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antiquity is believed by some to be greater than that of the Brahminical faith, and to whose religion the Cave of Carli is dedicated,' because there is much better and more ample information to be obtained from the same source. She visits both these excavated temples, of which her descriptions and drawings convey clear and accurate notions. These labours of antiquity prove the justness of the following observation.

• The temple of Elephanta, and other equally wonderful caverns in the neighbourhood, must have been the works of a people far advanced in the arts of civilized life, and possessed of wealth and power ; but these were lodged in the hands of a crafty priesthood, who kept science, affluence and honour for their own fraternity, and, possessed of better ideas, preached a miserable and degrading superstition to the multitude. It would be curious to follow out the advancement and fall of the arts which produced such monuments; but not a trace of their history remains, and we are left to seek it in the national progress of a people subtle and ingenious, but depressed by superstition, and the utter impossibility of rising individually, by any virtues or any talents, to a higher rank in society than that occupied by their forefathers.'(p. 58.)

The Cave of Carli is on the road to Poonah, the Mahratta capi. tal, which was also visited by Miss Graham. The intervening country is described as rich, romantic and beautiful, the fields tolerably well cultivated, and the peasantry apparently comfortable. But in the shops, every artisan has his sword and spear by him while he works, and the cultivators plough with their arms girded on. At present, however, Miss Graham thinks they are more useful to defend them against wild beasts, than against any human enemy, though this might not have been the case a few years ago.

Advancing towards Tulligong, the country began to present melancholy traces of the ravages of war and famine. Ruined houses and temples, and drained tanks, every where marked the march of the soldiers of Scindea and Holkar; but the dreadful famine of 1805-6 completed the misery of the inhabitants of Tulligong.

• It is said that, in this town alone, eighty thousand persons perished; and one of my fellow travellers says, that when he was here last year, the bones strewed the fields around. The inhabitants of many towns and villages emigrated, hoping to find elsewhere that sustenance which failed at home; thousands perished on the road side, and many, at the very moment when they stretched forth their hands to receive the means of life which the charity of the British afforded, sunk to death ere the long wished-for morsel reached their lips. A mother with five children, on her way from Hydrabad to Bombay, had reached Salsette; there she was too weak to proceed, and, to preserve herself and four of her offspring, she sold the fifth for a little rice, but it was too late ; she and her infants perished the next morning, and instances of the like were numerous. Yet such was the patience of the Hindoos, that they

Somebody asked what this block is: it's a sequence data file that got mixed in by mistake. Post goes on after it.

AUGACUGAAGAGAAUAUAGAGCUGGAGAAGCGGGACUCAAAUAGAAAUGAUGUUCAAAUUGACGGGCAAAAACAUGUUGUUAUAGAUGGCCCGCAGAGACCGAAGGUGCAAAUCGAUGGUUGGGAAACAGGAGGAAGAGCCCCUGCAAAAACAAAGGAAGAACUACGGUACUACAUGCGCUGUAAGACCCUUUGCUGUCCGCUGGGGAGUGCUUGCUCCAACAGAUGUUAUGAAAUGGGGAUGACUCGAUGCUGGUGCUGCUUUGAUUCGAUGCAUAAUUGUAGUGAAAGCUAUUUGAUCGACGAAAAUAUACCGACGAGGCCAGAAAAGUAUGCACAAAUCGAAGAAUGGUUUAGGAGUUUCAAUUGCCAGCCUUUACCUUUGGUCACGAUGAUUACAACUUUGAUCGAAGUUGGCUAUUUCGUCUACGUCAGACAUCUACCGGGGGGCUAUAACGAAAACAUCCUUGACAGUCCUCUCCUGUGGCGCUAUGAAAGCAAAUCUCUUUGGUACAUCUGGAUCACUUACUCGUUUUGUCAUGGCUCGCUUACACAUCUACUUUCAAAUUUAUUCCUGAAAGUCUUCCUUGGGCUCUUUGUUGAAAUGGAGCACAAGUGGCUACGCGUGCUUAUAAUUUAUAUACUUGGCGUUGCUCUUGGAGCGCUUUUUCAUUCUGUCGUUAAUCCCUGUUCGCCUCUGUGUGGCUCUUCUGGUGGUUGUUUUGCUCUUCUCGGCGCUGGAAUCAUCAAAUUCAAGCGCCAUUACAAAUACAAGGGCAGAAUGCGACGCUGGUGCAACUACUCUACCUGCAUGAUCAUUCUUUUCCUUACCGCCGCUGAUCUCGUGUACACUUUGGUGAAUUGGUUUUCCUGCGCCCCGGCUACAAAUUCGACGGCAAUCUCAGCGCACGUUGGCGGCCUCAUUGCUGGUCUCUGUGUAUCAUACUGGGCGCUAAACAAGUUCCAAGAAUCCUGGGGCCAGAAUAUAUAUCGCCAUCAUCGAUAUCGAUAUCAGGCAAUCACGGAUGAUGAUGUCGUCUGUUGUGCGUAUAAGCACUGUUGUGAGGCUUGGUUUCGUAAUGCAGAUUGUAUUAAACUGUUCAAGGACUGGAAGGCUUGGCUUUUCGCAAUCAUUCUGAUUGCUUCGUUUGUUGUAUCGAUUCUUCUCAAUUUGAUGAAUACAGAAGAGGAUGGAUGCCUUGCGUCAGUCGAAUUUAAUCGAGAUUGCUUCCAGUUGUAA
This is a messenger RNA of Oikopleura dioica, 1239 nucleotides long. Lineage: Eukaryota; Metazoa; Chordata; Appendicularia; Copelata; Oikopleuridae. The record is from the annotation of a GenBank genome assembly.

saw the waggons of rice sent by the English at Bombay to the relief of Poonah, pass through their villages without an attempt to stop them.' -(p. 69.)

At Chimcore Miss Graham sees 'an alive god,' who is nothing less than Ganesa himself, 'incarnate in the person of a boy twelve years old.' His palace was very dirty, but' every

window was crowded with sleek well-fed Brahmins who doubtless take good care of the Deo's revenues.' His little godship received her under a viranda, where he was squatted upon a low wooden seat; and he was only distinguished from other children by an anxious wildness of the eyes, said to be occasioned by the quantity of opium which he is daily made to swallow. He is not permitted to play with other boys, nor to speak any language but Sanscrit

. In one place were women pouring oil, water and milk over the figures of the dead deos; in another, children decking them with flowers; here were devotees and pilgrims performing their ablutions, and there, priests chaunting portions of the Vedas--these degrading works of superstitious folly and religious imposture put our fair traveller a Little out of humour with the dignity of human nature.'

We see nothing to detain us in the description of Poonah and the palace of the Peeshwa; and the history of Sevagee, by whom this city was raised from an inconsiderable village to the capital of the Mahratta empire, is much better told by Colonel Wilkes in his account of the Mysore kingdom.